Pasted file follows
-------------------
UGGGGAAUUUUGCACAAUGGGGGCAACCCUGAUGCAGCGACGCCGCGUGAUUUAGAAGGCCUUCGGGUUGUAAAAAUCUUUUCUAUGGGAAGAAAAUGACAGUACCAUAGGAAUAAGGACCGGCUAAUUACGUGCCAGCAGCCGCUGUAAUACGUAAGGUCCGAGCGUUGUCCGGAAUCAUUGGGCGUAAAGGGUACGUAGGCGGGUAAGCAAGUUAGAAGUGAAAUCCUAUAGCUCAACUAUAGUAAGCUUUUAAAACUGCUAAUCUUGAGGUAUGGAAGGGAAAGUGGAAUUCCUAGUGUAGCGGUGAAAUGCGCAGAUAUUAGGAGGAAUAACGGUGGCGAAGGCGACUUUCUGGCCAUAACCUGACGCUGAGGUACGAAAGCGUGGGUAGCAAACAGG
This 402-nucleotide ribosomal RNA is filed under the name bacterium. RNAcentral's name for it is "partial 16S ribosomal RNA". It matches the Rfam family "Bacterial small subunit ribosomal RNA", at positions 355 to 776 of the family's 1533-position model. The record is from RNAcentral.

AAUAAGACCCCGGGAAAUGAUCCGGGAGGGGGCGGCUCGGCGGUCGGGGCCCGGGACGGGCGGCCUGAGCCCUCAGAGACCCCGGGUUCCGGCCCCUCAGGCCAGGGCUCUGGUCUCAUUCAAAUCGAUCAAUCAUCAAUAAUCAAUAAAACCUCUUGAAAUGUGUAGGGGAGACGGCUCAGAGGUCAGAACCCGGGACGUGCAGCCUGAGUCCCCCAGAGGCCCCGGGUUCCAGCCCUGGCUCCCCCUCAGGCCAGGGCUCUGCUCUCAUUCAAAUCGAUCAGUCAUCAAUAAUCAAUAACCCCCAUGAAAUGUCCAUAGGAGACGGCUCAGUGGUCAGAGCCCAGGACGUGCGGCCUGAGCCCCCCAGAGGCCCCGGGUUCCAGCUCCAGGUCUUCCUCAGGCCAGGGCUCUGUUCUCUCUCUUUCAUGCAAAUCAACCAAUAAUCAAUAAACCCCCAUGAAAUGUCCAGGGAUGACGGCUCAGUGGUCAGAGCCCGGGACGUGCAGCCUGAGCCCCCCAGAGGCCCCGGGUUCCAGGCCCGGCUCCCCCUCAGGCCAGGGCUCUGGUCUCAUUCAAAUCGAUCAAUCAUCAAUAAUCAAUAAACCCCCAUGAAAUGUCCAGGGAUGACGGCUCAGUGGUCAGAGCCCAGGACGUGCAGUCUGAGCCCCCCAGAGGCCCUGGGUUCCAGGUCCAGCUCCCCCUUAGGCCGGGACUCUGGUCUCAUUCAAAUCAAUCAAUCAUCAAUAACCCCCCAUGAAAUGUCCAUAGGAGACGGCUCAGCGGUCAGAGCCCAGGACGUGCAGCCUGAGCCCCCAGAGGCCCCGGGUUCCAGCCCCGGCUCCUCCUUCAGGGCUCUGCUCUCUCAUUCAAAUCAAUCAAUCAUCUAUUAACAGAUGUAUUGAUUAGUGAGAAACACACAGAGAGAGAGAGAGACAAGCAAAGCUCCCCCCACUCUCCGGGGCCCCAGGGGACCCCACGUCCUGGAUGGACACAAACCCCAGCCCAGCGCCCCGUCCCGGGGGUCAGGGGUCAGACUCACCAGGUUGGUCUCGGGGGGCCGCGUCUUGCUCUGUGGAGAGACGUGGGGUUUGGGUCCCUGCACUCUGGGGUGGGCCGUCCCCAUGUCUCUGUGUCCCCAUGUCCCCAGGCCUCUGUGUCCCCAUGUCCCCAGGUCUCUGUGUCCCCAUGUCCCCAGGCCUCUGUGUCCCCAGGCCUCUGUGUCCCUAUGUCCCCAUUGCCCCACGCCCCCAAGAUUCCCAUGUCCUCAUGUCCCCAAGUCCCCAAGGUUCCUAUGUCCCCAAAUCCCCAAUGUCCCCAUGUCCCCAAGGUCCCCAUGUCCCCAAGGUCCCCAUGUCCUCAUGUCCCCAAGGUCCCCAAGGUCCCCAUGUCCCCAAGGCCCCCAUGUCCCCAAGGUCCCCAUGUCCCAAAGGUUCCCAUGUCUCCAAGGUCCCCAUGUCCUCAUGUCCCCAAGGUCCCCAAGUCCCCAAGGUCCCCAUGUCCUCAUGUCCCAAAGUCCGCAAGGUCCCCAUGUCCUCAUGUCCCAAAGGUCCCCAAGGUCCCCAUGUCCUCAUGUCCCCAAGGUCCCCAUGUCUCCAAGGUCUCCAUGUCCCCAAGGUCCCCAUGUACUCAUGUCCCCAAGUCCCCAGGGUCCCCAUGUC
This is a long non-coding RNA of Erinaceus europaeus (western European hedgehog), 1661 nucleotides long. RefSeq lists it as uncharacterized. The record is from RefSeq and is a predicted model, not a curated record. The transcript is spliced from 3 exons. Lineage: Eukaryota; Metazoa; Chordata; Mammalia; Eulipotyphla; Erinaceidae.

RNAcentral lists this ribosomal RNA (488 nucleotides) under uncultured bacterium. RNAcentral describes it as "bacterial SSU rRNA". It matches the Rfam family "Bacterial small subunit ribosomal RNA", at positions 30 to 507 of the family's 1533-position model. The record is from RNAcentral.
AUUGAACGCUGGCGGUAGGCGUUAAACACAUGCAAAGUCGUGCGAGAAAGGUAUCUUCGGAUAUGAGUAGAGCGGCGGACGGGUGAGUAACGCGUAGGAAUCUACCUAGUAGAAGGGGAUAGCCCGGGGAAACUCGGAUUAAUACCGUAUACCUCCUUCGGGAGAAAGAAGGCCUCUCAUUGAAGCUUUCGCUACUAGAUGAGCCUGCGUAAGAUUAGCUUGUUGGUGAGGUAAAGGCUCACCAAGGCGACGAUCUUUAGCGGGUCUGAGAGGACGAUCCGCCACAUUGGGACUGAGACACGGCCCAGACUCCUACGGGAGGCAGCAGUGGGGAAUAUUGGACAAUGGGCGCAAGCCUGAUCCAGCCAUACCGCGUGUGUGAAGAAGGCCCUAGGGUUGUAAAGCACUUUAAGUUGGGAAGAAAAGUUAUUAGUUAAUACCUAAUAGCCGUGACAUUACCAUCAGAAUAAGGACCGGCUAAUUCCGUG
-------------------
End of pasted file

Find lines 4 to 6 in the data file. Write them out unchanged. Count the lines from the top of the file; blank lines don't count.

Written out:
This is a long non-coding RNA of Erinaceus europaeus (western European hedgehog), 1661 nucleotides long. RefSeq lists it as uncharacterized. The record is from RefSeq and is a predicted model, not a curated record. The transcript is spliced from 3 exons. Lineage: Eukaryota; Metazoa; Chordata; Mammalia; Eulipotyphla; Erinaceidae.

RNAcentral lists this ribosomal RNA (488 nucleotides) under uncultured bacterium. RNAcentral describes it as "bacterial SSU rRNA". It matches the Rfam family "Bacterial small subunit ribosomal RNA", at positions 30 to 507 of the family's 1533-position model. The record is from RNAcentral.
AUUGAACGCUGGCGGUAGGCGUUAAACACAUGCAAAGUCGUGCGAGAAAGGUAUCUUCGGAUAUGAGUAGAGCGGCGGACGGGUGAGUAACGCGUAGGAAUCUACCUAGUAGAAGGGGAUAGCCCGGGGAAACUCGGAUUAAUACCGUAUACCUCCUUCGGGAGAAAGAAGGCCUCUCAUUGAAGCUUUCGCUACUAGAUGAGCCUGCGUAAGAUUAGCUUGUUGGUGAGGUAAAGGCUCACCAAGGCGACGAUCUUUAGCGGGUCUGAGAGGACGAUCCGCCACAUUGGGACUGAGACACGGCCCAGACUCCUACGGGAGGCAGCAGUGGGGAAUAUUGGACAAUGGGCGCAAGCCUGAUCCAGCCAUACCGCGUGUGUGAAGAAGGCCCUAGGGUUGUAAAGCACUUUAAGUUGGGAAGAAAAGUUAUUAGUUAAUACCUAAUAGCCGUGACAUUACCAUCAGAAUAAGGACCGGCUAAUUCCGUG